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Unseen and Unknown: Microbial Community Diversity in a Rapidly Changing High Arctic Watershed on Northern Ellesmere Island, Canada

  • Author / Creator
    Cavaco, Maria
  • Arctic watersheds are currently undergoing great alterations due to human induced climate change. Current models predict increases in High Arctic temperatures and precipitation of up to 8.3°C and 40%, respectively, by 2100, which will have profound impacts on the arctic hydrological cycle, including enhanced glacial melt and permafrost thaw. However, it remains uncertain how this will impact the structure of downstream resident freshwater microbial communities and ensuing microbially driven freshwater ecosystem services. Using the Lake Hazen watershed (Nunavut, Canada, 81 N; 71 W) as a sentinel system for change, we characterized microbial community composition, using 16S rRNA gene sequencing, over a complete annual hydrological cycle, in relation to measured physicochemical parameters (e.g., temperature, dissolved oxygen, nutrients, major ions) in three freshwater compartments within the Lake Hazen watershed: i) glacial rivers; ii) permafrost thaw streams and the waterbodies they drain into, including small lakes and wetland areas, and; iii) Lake Hazen into which i) and ii) drain. Our findings show that microbial communities throughout these freshwater compartments are highly interconnected and are often shaped by the availability of melt-sourced chemicals (such as carbonates and sulfate) as the melt season progresses. Within Lake Hazen itself, microbial taxa were found to be generally stable over a spring and summer season, including members from phyla Chloroflexi and Elusimicrobia, indicating that microbial communities and the potential ecosystem services they provide therein may be somewhat resilient in the face of environmental change. Altogether, the work presented establishes a baseline understanding of how microbial communities and the ecosystem services they provide in Arctic watersheds might be reacting in response to climate change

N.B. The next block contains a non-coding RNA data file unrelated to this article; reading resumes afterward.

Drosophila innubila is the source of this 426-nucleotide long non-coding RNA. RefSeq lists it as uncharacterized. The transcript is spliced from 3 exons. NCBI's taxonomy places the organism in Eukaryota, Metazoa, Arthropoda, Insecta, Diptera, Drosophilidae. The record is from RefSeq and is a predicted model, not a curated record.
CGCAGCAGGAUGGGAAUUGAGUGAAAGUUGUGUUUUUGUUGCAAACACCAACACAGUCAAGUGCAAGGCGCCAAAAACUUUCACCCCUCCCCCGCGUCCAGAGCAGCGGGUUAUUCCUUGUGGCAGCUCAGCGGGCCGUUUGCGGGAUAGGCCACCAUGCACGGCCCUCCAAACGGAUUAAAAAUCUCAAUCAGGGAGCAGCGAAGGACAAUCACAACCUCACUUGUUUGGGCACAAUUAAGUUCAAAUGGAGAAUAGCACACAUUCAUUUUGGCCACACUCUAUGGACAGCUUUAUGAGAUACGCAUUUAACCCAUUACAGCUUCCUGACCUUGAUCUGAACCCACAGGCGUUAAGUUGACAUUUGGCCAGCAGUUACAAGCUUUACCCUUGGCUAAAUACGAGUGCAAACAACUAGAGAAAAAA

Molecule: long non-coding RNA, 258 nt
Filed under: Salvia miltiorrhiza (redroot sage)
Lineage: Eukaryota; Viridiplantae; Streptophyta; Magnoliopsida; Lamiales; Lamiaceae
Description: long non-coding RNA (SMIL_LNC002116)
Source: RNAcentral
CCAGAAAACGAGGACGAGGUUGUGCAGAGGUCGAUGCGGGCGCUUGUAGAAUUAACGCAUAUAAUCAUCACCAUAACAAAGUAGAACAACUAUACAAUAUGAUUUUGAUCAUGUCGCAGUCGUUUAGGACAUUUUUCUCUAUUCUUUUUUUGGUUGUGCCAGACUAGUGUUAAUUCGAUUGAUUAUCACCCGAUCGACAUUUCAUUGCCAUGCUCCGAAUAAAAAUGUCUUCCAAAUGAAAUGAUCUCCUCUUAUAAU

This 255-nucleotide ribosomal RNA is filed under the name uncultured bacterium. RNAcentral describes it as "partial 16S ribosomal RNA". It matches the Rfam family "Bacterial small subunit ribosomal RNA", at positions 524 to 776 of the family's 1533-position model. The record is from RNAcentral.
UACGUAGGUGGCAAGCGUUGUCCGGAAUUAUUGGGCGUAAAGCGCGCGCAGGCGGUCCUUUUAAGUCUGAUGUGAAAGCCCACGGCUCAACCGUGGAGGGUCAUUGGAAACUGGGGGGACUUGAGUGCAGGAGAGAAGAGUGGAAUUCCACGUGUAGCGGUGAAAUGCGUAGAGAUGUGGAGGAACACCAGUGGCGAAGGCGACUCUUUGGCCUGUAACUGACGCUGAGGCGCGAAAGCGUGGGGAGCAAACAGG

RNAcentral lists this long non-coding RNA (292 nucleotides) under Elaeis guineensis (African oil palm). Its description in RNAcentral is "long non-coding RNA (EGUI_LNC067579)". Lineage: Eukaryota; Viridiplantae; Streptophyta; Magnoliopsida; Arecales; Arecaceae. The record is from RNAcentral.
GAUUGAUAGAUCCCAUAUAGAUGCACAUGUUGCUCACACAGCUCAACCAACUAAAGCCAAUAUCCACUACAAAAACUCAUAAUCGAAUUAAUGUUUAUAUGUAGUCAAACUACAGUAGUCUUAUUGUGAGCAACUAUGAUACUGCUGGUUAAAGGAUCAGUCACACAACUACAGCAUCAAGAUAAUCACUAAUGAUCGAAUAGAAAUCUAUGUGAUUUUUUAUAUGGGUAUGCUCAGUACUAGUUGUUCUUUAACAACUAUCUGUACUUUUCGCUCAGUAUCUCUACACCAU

• Subjects / Keywords
  • Graduation date
    Fall 2018
  • Type of Item
    Thesis
  • Degree
    Master of Science
  • DOI
    https://doi.org/10.7939/R3VX06K1H
  • License
    Permission is hereby granted to the University of Alberta Libraries to reproduce single copies of this thesis and to lend or sell such copies for private, scholarly or scientific research purposes only. Where the thesis is converted to, or otherwise made available in digital form, the University of Alberta will advise potential users of the thesis of these terms. The author reserves all other publication and other rights in association with the copyright in the thesis and, except as herein before provided, neither the thesis nor any substantial portion thereof may be printed or otherwise reproduced in any material form whatsoever without the author's prior written permission.